Virtual reality is very likely the future of online transactions. Companies like Ikea, Anthropologie, and even Williams Sonoma have already hopped on board the VR train, using it to show consumers how their potential purchases would look IRL. And now, Airbnb is the newest company to commandeer this technology: The company just announced it’s developing both virtual reality and augmented reality features.
Airbnb has actually been looking into integrating VR technology since early 2016, according to The Drum. And while development is still in its early stages, the official announcement serves to solidify the company’s dedication to creating an “immersive” travel experience that goes beyond just booking a room.
This is something Airbnb has been doing successfully for a while now, thanks to features like “Experiences” and “Restaurants”, which provide curated itineraries of things to do and eat in various cities around the world—thereby streamlining the travel experience and incentivizing travelers to plan their whole trip via the website. No longer just a site where you can book inexpensive accomodations for your backpacking trip, Airbnb is rapidly turning into somewhat of a full-on virtual travel agent.
“There was a time when the only easy travel option was to get to a city, take a shuttle bus to a hotel, and book attractions in the brochures in the lobby,” wrote the company in a blog post announcing the VR development. “Today when traveling, people can live like locals in a downtown apartment in the arts district, eat at local cafes, and take classes from homegrown artists—today’s travel is experiential travel.”
By using both VR and AR technology, Airbnb hopes to reduce the travel barriers (i.e., language, logistical differences, foreign customs) that may hinder people from seeing more of the world. This comes in two forms.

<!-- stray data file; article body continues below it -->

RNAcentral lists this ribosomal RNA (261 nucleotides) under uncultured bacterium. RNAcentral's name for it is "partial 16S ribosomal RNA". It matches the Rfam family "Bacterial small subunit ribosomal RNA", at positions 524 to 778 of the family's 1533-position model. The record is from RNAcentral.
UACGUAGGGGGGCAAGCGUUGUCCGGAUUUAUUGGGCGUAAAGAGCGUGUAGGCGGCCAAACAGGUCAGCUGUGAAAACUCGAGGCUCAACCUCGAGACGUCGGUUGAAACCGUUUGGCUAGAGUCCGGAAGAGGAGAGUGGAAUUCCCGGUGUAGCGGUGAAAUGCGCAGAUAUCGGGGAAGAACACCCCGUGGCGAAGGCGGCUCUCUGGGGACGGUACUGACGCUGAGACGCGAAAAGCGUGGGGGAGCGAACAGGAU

The VR component, which will provide 3D scans and 360-degree images of each listing, comes before you book your trip. As anyone who has ever booked an Airbnb that looked great in the handful of carefully-staged online images but less than stellar in person will tell you, this is definitely a welcome update.
The AR part of this development actually comes during the trip itself. When in an Airbnb accommodation, travelers will be able to use the technology—presumably via a mobile app—to look around their rental and uncover useful information.
For example, users might soon be able to use AR to figure out where the coffee mugs in their Airbnbs are (manual searches are very 2016), or translate thermostat instructions. Airbnb also hinted at more in-depth uses for AR, such as informing the user of the story behind personal items in the host’s home… which, if we’re being honest, is either a sweet gesture of hospitality, or kind of an unnecessary, creepy intrusion into a stranger’s personal affairs. It could go either way.
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